Kevin Bullis

A View from Kevin Bullis

Huge Solar Power Farms

Installations planned for California step up the scale of solar, but more is needed.

  • August 18, 2008

Last week’s news in the New York Times about massive new solar installations in California is both good and bad news. The good: Solar power plants are at last beginning to rival conventional plants in terms of peak power production. Two new installations will combine to produce 800 megawatts of power when the sun is overhead, the amount a small to midsize nuclear power plant produces at its peak. About two years ago, Technology Review reported on plans for solar farms of unprecedented size, but those would produce only 100 megawatts or less. The new installations increase this output by almost an order of magnitude. Clearly, solar power is on its way to becoming a significant source of electricity.

The bad news: It’s still not that much electricity. The very fact that 800 megawatts of solar power is big news indicates just how far we’ve still got to go. For one thing, 800 megawatts of solar is not equal to 800 megawatts of nuclear or coal. That’s because solar works only during the day–and even then it doesn’t generate peak levels in the morning and evening. Nuclear can keep cranking at near peak output day and night. The new solar installations will produce far less electricity than a comparably sized nuclear plant.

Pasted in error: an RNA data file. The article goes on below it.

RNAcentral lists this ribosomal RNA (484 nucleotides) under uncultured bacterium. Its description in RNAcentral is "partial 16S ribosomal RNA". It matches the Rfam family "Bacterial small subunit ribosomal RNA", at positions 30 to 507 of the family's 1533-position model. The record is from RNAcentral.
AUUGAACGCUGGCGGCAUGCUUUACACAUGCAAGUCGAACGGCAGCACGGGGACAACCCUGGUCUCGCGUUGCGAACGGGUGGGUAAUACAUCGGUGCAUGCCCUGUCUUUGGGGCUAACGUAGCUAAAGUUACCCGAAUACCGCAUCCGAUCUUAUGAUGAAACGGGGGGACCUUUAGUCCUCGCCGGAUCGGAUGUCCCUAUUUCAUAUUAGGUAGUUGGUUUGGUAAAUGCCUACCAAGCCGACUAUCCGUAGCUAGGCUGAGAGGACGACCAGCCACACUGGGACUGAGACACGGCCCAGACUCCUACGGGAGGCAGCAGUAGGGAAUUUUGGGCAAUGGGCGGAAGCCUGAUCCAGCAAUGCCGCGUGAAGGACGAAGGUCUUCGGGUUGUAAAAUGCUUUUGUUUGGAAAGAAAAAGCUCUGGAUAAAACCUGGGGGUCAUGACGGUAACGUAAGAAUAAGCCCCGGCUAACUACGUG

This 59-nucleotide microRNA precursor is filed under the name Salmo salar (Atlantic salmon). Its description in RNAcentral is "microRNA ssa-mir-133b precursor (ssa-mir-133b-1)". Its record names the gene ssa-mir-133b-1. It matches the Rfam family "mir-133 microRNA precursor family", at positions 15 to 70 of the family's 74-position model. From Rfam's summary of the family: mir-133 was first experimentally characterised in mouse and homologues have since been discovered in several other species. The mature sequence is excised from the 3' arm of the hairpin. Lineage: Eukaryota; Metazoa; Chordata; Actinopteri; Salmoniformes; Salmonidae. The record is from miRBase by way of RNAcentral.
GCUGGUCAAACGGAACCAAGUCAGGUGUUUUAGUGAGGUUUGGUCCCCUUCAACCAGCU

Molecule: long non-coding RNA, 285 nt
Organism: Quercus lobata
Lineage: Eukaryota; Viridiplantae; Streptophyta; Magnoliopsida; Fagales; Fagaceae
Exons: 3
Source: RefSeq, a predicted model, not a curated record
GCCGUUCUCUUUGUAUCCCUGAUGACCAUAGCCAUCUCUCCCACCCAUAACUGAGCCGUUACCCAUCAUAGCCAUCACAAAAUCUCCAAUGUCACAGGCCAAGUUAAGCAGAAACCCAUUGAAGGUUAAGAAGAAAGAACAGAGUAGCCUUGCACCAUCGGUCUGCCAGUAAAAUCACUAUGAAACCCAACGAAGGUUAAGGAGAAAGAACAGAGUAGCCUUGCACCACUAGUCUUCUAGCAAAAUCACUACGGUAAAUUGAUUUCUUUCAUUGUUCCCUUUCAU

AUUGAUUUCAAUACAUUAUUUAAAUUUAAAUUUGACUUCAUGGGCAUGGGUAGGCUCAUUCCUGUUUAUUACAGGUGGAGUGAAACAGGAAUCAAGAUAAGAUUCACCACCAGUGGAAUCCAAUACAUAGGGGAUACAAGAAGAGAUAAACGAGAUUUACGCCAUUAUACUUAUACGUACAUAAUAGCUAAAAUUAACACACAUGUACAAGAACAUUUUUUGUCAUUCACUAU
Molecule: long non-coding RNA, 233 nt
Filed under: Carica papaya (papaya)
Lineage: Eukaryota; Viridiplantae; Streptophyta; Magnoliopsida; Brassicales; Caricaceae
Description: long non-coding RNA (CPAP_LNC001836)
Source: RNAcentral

What’s more, we’re still talking about megawatts of electricity. To supply anticipated energy needs, we need to be thinking not just in thousands of megawatts–that is, gigawatts–but in thousands of gigawatts, or terawatts, of power. According to one report, all of the solar panels produced so far can only generate about 12 gigawatts.

This is all just to say we’ve got a problem of enormous scale on our hands. There are also concerns about cost–solar is still more expensive than electricity generated from fossil fuels.

But enough of the negative. The new installations are yet another sign of a rapidly expanding solar industry. This expansion will fuel itself by bringing down the cost of making solar panels. Meanwhile, technology continues to improve. That includes the development of cheaper ways to store solar power, so it can be used at night.

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